Showing results 1 to 5 of approximately 5.(refine search)
Wealth in the Utility Function and Consumption Inequality
Wealth in the utility function (WIU) has been increasingly used in macroeconomic modelsand this specification can be justified by a few theories such as Max Weber’s (1904-05, German; 1958) theory on “spirit of capitalism.” We incorporate the WIU into a general equilibriumconsumption-portfolio choice model to study the implications of the WIU for consumption inequality, equilibrium interest rate, and equity premium—an unexplored area in the literature.Our general equilibrium framework features recursive exponential utility, uninsurable labor risks,and multiple assets and can deliver ...
Use it or Lose it: Efficiency Gains from Wealth Taxation
How does wealth taxation differ from capital income taxation? When the return on investment is equal across individuals, a well-known result is that the two tax systems are equivalent. Motivated by recent empirical evidence documenting persistent heterogeneity in rates of return across individuals, we revisit this question. With such heterogeneity, the two tax systems have opposite implications for both efficiency and inequality. Under capital income taxation, entrepreneurs who are more productive, and therefore generate more income, pay higher taxes. Under wealth taxation, entrepreneurs who ...
On the Distribution of the Welfare Losses of Large Recessions
How big are the welfare losses from severe economic downturns, such as the U.S. Great Recession? How are those losses distributed across the population? In this paper we answer these questions using a canonical business cycle model featuring household income and wealth heterogeneity that matches micro data from the Panel Study of Income Dynamics (PSID). We document how these losses are distributed across households and how they are affected by social insurance policies. We find that the welfare cost of losing one?s job in a severe recession ranges from 2% of lifetime consumption for the ...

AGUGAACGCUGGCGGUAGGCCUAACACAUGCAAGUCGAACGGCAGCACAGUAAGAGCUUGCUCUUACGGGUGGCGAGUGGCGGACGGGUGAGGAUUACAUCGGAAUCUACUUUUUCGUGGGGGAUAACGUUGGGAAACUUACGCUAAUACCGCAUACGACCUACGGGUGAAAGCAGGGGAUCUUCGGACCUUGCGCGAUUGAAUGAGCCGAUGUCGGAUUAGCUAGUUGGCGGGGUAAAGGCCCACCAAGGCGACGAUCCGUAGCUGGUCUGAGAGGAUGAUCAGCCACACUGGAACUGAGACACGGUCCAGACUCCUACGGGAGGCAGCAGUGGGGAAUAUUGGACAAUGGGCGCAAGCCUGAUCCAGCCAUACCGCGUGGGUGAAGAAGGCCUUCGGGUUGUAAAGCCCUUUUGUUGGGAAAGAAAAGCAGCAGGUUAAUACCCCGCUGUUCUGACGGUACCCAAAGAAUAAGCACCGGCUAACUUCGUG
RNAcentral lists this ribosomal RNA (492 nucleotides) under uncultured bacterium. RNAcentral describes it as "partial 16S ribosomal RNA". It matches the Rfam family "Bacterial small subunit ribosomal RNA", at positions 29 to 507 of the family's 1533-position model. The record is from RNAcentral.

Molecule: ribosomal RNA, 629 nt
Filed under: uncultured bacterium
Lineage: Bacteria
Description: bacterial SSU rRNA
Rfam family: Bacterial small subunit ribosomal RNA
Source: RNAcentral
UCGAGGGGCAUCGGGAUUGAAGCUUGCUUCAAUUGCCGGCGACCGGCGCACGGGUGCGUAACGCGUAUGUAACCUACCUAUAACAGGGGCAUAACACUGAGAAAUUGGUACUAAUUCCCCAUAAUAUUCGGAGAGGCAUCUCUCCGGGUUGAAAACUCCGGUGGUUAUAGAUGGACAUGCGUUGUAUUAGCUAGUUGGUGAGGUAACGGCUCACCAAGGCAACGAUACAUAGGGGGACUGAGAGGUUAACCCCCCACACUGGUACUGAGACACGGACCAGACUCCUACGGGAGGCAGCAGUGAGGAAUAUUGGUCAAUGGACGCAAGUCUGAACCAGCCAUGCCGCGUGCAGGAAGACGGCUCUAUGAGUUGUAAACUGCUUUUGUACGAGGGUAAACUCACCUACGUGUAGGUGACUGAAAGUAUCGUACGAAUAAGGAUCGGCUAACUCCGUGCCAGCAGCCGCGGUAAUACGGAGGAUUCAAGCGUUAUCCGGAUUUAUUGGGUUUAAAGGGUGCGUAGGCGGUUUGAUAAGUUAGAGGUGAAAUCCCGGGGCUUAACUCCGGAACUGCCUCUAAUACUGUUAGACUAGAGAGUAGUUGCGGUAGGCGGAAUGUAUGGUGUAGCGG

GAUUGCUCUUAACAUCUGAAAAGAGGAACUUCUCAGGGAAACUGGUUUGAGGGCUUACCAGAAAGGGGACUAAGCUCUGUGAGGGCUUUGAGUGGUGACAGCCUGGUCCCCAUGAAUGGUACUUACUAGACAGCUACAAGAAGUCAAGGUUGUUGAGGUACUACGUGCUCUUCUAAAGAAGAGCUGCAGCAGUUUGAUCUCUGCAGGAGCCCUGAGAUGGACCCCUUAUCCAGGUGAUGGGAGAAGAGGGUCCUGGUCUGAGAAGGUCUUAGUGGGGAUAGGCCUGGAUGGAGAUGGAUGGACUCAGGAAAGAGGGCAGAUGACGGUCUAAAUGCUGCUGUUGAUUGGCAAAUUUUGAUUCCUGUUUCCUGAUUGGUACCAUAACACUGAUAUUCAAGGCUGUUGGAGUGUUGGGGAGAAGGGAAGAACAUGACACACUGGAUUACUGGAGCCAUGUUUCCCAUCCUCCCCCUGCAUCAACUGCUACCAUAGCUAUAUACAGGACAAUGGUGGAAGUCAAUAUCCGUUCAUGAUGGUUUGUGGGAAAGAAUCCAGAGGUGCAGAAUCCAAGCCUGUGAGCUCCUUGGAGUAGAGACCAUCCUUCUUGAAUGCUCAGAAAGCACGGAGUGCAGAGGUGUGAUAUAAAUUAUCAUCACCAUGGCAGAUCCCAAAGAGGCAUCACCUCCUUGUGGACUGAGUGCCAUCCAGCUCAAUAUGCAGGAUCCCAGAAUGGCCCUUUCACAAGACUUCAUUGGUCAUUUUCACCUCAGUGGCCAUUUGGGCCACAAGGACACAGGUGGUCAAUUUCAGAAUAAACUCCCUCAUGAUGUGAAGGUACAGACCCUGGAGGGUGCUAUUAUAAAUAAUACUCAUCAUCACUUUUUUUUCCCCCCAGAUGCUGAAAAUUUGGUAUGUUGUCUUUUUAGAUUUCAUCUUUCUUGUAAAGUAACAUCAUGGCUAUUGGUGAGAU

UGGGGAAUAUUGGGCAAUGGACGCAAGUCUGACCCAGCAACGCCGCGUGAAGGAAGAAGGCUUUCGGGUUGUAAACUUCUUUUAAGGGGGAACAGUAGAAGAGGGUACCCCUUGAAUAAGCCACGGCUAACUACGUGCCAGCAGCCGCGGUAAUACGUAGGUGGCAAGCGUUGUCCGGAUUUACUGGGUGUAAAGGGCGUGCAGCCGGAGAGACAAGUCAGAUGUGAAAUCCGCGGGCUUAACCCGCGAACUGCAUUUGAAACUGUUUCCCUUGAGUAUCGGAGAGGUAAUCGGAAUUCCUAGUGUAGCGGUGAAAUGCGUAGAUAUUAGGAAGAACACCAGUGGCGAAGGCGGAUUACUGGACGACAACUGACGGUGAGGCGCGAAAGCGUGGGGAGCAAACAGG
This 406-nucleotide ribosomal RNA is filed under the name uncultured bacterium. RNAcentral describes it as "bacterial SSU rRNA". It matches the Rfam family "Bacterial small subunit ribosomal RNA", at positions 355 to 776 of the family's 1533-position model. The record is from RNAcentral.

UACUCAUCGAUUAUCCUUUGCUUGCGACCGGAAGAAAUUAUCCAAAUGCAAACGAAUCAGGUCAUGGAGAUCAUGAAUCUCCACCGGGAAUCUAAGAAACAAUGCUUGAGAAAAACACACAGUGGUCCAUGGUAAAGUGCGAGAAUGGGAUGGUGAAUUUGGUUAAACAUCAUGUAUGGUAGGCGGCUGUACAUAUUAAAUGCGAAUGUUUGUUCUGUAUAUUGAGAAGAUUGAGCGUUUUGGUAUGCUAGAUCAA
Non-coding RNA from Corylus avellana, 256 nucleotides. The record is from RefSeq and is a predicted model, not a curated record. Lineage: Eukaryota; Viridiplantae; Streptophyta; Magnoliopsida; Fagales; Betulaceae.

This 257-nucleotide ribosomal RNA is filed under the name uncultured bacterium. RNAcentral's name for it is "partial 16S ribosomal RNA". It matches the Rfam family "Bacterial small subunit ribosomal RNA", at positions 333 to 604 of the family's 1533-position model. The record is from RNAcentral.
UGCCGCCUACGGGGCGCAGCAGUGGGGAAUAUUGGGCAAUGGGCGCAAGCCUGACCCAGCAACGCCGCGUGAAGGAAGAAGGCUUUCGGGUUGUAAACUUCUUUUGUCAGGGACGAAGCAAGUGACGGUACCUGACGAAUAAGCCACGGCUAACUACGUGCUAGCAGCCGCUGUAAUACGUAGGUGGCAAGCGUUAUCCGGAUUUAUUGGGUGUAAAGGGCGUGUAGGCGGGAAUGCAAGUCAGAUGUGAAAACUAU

Wealth inequality among the Forbes 400 and U.S. households overall
While widening income inequality in the United States has garnered much public and academic attention in recent years, wealth inequality reveals an even starker picture. For instance, in 2010, the top 1 percent of income earners received 19.8 percent of total household income. In the same year, the wealthiest 1 percent held 35.4 percent of total household wealth (Kaplan 2013). Moreover, wealth inequality has increased in recent decades, with most gains concentrated among the richest 20 percent of households (Wolff 2013).
Wealth of Two Nations: The U.S. Racial Wealth Gap, 1860-2020
The racial wealth gap is the largest of the economic disparities between Black and white Americans, with a white-to-Black per capita wealth ratio of 6 to 1. It is also among the most persistent. In this paper, we construct the first continuous series on white-to-Black per capita wealth ratios from 1860 to 2020, drawing on historical census data, early state tax records, and historical waves of the Survey of Consumer Finances, among other sources. Incorporating these data into a parsimonious model of wealth accumulation for each racial group, we document the role played by initial conditions, ...